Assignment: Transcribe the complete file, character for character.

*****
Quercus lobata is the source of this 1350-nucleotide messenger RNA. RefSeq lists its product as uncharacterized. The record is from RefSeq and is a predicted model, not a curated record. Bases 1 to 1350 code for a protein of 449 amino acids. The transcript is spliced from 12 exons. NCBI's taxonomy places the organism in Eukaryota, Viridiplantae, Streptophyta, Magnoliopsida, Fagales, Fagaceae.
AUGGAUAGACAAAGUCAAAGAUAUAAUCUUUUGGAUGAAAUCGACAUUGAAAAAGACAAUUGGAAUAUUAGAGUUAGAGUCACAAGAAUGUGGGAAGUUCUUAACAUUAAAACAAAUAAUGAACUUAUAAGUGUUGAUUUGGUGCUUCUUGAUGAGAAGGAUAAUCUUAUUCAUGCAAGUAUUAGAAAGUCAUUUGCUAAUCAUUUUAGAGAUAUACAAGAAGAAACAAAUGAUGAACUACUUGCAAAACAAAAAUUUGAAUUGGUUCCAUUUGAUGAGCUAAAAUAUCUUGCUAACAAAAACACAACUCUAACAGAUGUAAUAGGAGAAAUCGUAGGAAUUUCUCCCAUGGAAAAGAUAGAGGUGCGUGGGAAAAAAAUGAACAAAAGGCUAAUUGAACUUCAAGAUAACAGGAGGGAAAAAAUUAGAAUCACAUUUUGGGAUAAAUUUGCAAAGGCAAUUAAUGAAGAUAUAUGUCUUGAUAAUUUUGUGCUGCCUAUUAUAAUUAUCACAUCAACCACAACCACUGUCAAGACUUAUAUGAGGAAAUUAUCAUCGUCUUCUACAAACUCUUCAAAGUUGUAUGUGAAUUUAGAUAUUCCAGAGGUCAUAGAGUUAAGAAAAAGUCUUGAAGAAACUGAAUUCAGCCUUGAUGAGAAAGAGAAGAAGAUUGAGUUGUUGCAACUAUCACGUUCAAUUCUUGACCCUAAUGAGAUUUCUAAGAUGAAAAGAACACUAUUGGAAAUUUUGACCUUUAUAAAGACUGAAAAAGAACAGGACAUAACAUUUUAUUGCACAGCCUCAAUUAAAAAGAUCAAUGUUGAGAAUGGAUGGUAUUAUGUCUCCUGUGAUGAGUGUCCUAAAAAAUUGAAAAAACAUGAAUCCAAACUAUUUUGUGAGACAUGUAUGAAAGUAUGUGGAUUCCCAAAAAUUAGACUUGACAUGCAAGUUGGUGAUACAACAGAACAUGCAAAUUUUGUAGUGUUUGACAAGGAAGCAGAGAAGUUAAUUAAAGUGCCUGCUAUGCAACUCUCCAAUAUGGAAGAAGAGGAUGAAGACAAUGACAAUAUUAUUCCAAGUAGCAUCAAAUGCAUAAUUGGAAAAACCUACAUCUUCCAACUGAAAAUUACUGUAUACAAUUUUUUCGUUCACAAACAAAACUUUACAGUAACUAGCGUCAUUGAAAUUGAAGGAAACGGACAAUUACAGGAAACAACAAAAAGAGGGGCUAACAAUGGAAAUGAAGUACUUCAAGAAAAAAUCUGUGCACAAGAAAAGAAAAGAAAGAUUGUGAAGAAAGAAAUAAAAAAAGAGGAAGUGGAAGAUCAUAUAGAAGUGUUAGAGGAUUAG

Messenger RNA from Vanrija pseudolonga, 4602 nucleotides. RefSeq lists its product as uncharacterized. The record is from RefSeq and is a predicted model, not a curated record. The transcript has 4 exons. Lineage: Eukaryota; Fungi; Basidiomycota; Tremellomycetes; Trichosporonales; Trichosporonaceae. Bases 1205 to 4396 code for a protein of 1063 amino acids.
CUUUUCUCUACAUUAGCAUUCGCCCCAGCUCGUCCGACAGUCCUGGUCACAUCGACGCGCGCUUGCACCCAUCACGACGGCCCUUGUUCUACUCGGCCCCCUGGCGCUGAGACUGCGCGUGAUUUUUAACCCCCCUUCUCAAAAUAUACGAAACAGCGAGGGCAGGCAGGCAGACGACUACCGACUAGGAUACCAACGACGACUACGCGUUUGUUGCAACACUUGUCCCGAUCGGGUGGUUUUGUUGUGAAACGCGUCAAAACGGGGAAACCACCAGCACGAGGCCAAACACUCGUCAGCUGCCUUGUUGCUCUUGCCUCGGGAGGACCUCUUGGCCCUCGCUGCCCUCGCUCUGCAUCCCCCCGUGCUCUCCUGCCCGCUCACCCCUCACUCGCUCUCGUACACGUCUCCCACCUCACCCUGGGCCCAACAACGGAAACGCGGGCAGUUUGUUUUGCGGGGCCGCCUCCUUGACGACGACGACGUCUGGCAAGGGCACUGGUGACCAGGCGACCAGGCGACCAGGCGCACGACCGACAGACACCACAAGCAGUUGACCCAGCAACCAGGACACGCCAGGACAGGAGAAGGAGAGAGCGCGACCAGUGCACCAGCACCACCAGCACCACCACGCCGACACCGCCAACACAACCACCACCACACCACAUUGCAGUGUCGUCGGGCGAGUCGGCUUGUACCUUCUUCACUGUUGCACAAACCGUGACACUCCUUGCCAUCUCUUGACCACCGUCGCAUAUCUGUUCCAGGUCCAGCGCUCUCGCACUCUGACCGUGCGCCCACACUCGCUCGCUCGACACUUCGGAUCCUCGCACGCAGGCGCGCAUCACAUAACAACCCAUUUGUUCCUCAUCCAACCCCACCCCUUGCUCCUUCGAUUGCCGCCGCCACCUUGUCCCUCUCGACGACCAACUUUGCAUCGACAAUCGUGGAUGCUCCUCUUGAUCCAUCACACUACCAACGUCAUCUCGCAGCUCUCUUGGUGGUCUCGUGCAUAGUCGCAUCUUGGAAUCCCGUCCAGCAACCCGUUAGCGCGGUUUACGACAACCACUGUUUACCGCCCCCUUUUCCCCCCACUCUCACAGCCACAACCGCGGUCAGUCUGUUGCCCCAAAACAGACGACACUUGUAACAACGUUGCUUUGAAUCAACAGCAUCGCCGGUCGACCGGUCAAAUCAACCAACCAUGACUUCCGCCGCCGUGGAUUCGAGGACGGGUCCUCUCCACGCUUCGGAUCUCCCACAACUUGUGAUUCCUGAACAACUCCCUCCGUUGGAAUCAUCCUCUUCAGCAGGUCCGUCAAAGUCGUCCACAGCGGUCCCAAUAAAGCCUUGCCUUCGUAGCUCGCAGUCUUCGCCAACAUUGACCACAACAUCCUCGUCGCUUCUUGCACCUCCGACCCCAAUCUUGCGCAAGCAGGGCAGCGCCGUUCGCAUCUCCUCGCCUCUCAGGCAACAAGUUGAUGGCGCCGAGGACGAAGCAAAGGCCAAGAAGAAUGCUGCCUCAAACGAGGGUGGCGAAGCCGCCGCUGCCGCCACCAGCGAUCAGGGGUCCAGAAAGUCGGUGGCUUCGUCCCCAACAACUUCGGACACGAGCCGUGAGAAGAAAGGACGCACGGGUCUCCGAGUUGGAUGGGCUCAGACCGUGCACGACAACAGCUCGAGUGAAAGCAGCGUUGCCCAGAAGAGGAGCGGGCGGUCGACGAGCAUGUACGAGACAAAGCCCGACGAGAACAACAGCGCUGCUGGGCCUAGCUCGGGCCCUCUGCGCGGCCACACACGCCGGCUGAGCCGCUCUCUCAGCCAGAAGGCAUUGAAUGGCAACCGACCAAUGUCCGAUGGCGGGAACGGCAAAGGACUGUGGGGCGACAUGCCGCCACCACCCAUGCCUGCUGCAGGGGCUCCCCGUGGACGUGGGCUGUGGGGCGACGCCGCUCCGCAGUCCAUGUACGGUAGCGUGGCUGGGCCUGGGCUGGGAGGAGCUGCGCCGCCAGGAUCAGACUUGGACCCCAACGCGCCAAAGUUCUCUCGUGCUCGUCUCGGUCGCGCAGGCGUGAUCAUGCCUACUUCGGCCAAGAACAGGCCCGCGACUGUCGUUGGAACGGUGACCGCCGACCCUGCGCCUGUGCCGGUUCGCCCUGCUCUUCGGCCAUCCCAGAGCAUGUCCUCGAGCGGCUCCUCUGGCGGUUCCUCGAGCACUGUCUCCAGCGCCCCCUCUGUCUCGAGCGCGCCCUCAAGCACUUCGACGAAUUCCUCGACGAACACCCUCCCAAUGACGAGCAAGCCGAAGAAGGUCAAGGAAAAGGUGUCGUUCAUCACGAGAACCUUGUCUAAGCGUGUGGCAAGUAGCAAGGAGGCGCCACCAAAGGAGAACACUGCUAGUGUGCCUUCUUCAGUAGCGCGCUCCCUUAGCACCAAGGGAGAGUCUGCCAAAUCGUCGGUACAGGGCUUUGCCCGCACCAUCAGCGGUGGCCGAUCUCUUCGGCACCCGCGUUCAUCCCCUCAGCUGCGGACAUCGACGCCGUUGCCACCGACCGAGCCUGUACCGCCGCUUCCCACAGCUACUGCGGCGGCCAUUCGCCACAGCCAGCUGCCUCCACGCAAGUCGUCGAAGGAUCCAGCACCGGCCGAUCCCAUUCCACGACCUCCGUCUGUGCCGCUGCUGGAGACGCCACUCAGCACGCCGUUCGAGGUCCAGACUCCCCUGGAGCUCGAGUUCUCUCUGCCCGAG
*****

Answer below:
Quercus lobata is the source of this 1350-nucleotide messenger RNA. RefSeq lists its product as uncharacterized. The record is from RefSeq and is a predicted model, not a curated record. Bases 1 to 1350 code for a protein of 449 amino acids. The transcript is spliced from 12 exons. NCBI's taxonomy places the organism in Eukaryota, Viridiplantae, Streptophyta, Magnoliopsida, Fagales, Fagaceae.
AUGGAUAGACAAAGUCAAAGAUAUAAUCUUUUGGAUGAAAUCGACAUUGAAAAAGACAAUUGGAAUAUUAGAGUUAGAGUCACAAGAAUGUGGGAAGUUCUUAACAUUAAAACAAAUAAUGAACUUAUAAGUGUUGAUUUGGUGCUUCUUGAUGAGAAGGAUAAUCUUAUUCAUGCAAGUAUUAGAAAGUCAUUUGCUAAUCAUUUUAGAGAUAUACAAGAAGAAACAAAUGAUGAACUACUUGCAAAACAAAAAUUUGAAUUGGUUCCAUUUGAUGAGCUAAAAUAUCUUGCUAACAAAAACACAACUCUAACAGAUGUAAUAGGAGAAAUCGUAGGAAUUUCUCCCAUGGAAAAGAUAGAGGUGCGUGGGAAAAAAAUGAACAAAAGGCUAAUUGAACUUCAAGAUAACAGGAGGGAAAAAAUUAGAAUCACAUUUUGGGAUAAAUUUGCAAAGGCAAUUAAUGAAGAUAUAUGUCUUGAUAAUUUUGUGCUGCCUAUUAUAAUUAUCACAUCAACCACAACCACUGUCAAGACUUAUAUGAGGAAAUUAUCAUCGUCUUCUACAAACUCUUCAAAGUUGUAUGUGAAUUUAGAUAUUCCAGAGGUCAUAGAGUUAAGAAAAAGUCUUGAAGAAACUGAAUUCAGCCUUGAUGAGAAAGAGAAGAAGAUUGAGUUGUUGCAACUAUCACGUUCAAUUCUUGACCCUAAUGAGAUUUCUAAGAUGAAAAGAACACUAUUGGAAAUUUUGACCUUUAUAAAGACUGAAAAAGAACAGGACAUAACAUUUUAUUGCACAGCCUCAAUUAAAAAGAUCAAUGUUGAGAAUGGAUGGUAUUAUGUCUCCUGUGAUGAGUGUCCUAAAAAAUUGAAAAAACAUGAAUCCAAACUAUUUUGUGAGACAUGUAUGAAAGUAUGUGGAUUCCCAAAAAUUAGACUUGACAUGCAAGUUGGUGAUACAACAGAACAUGCAAAUUUUGUAGUGUUUGACAAGGAAGCAGAGAAGUUAAUUAAAGUGCCUGCUAUGCAACUCUCCAAUAUGGAAGAAGAGGAUGAAGACAAUGACAAUAUUAUUCCAAGUAGCAUCAAAUGCAUAAUUGGAAAAACCUACAUCUUCCAACUGAAAAUUACUGUAUACAAUUUUUUCGUUCACAAACAAAACUUUACAGUAACUAGCGUCAUUGAAAUUGAAGGAAACGGACAAUUACAGGAAACAACAAAAAGAGGGGCUAACAAUGGAAAUGAAGUACUUCAAGAAAAAAUCUGUGCACAAGAAAAGAAAAGAAAGAUUGUGAAGAAAGAAAUAAAAAAAGAGGAAGUGGAAGAUCAUAUAGAAGUGUUAGAGGAUUAG

Messenger RNA from Vanrija pseudolonga, 4602 nucleotides. RefSeq lists its product as uncharacterized. The record is from RefSeq and is a predicted model, not a curated record. The transcript has 4 exons. Lineage: Eukaryota; Fungi; Basidiomycota; Tremellomycetes; Trichosporonales; Trichosporonaceae. Bases 1205 to 4396 code for a protein of 1063 amino acids.
CUUUUCUCUACAUUAGCAUUCGCCCCAGCUCGUCCGACAGUCCUGGUCACAUCGACGCGCGCUUGCACCCAUCACGACGGCCCUUGUUCUACUCGGCCCCCUGGCGCUGAGACUGCGCGUGAUUUUUAACCCCCCUUCUCAAAAUAUACGAAACAGCGAGGGCAGGCAGGCAGACGACUACCGACUAGGAUACCAACGACGACUACGCGUUUGUUGCAACACUUGUCCCGAUCGGGUGGUUUUGUUGUGAAACGCGUCAAAACGGGGAAACCACCAGCACGAGGCCAAACACUCGUCAGCUGCCUUGUUGCUCUUGCCUCGGGAGGACCUCUUGGCCCUCGCUGCCCUCGCUCUGCAUCCCCCCGUGCUCUCCUGCCCGCUCACCCCUCACUCGCUCUCGUACACGUCUCCCACCUCACCCUGGGCCCAACAACGGAAACGCGGGCAGUUUGUUUUGCGGGGCCGCCUCCUUGACGACGACGACGUCUGGCAAGGGCACUGGUGACCAGGCGACCAGGCGACCAGGCGCACGACCGACAGACACCACAAGCAGUUGACCCAGCAACCAGGACACGCCAGGACAGGAGAAGGAGAGAGCGCGACCAGUGCACCAGCACCACCAGCACCACCACGCCGACACCGCCAACACAACCACCACCACACCACAUUGCAGUGUCGUCGGGCGAGUCGGCUUGUACCUUCUUCACUGUUGCACAAACCGUGACACUCCUUGCCAUCUCUUGACCACCGUCGCAUAUCUGUUCCAGGUCCAGCGCUCUCGCACUCUGACCGUGCGCCCACACUCGCUCGCUCGACACUUCGGAUCCUCGCACGCAGGCGCGCAUCACAUAACAACCCAUUUGUUCCUCAUCCAACCCCACCCCUUGCUCCUUCGAUUGCCGCCGCCACCUUGUCCCUCUCGACGACCAACUUUGCAUCGACAAUCGUGGAUGCUCCUCUUGAUCCAUCACACUACCAACGUCAUCUCGCAGCUCUCUUGGUGGUCUCGUGCAUAGUCGCAUCUUGGAAUCCCGUCCAGCAACCCGUUAGCGCGGUUUACGACAACCACUGUUUACCGCCCCCUUUUCCCCCCACUCUCACAGCCACAACCGCGGUCAGUCUGUUGCCCCAAAACAGACGACACUUGUAACAACGUUGCUUUGAAUCAACAGCAUCGCCGGUCGACCGGUCAAAUCAACCAACCAUGACUUCCGCCGCCGUGGAUUCGAGGACGGGUCCUCUCCACGCUUCGGAUCUCCCACAACUUGUGAUUCCUGAACAACUCCCUCCGUUGGAAUCAUCCUCUUCAGCAGGUCCGUCAAAGUCGUCCACAGCGGUCCCAAUAAAGCCUUGCCUUCGUAGCUCGCAGUCUUCGCCAACAUUGACCACAACAUCCUCGUCGCUUCUUGCACCUCCGACCCCAAUCUUGCGCAAGCAGGGCAGCGCCGUUCGCAUCUCCUCGCCUCUCAGGCAACAAGUUGAUGGCGCCGAGGACGAAGCAAAGGCCAAGAAGAAUGCUGCCUCAAACGAGGGUGGCGAAGCCGCCGCUGCCGCCACCAGCGAUCAGGGGUCCAGAAAGUCGGUGGCUUCGUCCCCAACAACUUCGGACACGAGCCGUGAGAAGAAAGGACGCACGGGUCUCCGAGUUGGAUGGGCUCAGACCGUGCACGACAACAGCUCGAGUGAAAGCAGCGUUGCCCAGAAGAGGAGCGGGCGGUCGACGAGCAUGUACGAGACAAAGCCCGACGAGAACAACAGCGCUGCUGGGCCUAGCUCGGGCCCUCUGCGCGGCCACACACGCCGGCUGAGCCGCUCUCUCAGCCAGAAGGCAUUGAAUGGCAACCGACCAAUGUCCGAUGGCGGGAACGGCAAAGGACUGUGGGGCGACAUGCCGCCACCACCCAUGCCUGCUGCAGGGGCUCCCCGUGGACGUGGGCUGUGGGGCGACGCCGCUCCGCAGUCCAUGUACGGUAGCGUGGCUGGGCCUGGGCUGGGAGGAGCUGCGCCGCCAGGAUCAGACUUGGACCCCAACGCGCCAAAGUUCUCUCGUGCUCGUCUCGGUCGCGCAGGCGUGAUCAUGCCUACUUCGGCCAAGAACAGGCCCGCGACUGUCGUUGGAACGGUGACCGCCGACCCUGCGCCUGUGCCGGUUCGCCCUGCUCUUCGGCCAUCCCAGAGCAUGUCCUCGAGCGGCUCCUCUGGCGGUUCCUCGAGCACUGUCUCCAGCGCCCCCUCUGUCUCGAGCGCGCCCUCAAGCACUUCGACGAAUUCCUCGACGAACACCCUCCCAAUGACGAGCAAGCCGAAGAAGGUCAAGGAAAAGGUGUCGUUCAUCACGAGAACCUUGUCUAAGCGUGUGGCAAGUAGCAAGGAGGCGCCACCAAAGGAGAACACUGCUAGUGUGCCUUCUUCAGUAGCGCGCUCCCUUAGCACCAAGGGAGAGUCUGCCAAAUCGUCGGUACAGGGCUUUGCCCGCACCAUCAGCGGUGGCCGAUCUCUUCGGCACCCGCGUUCAUCCCCUCAGCUGCGGACAUCGACGCCGUUGCCACCGACCGAGCCUGUACCGCCGCUUCCCACAGCUACUGCGGCGGCCAUUCGCCACAGCCAGCUGCCUCCACGCAAGUCGUCGAAGGAUCCAGCACCGGCCGAUCCCAUUCCACGACCUCCGUCUGUGCCGCUGCUGGAGACGCCACUCAGCACGCCGUUCGAGGUCCAGACUCCCCUGGAGCUCGAGUUCUCUCUGCCCGAG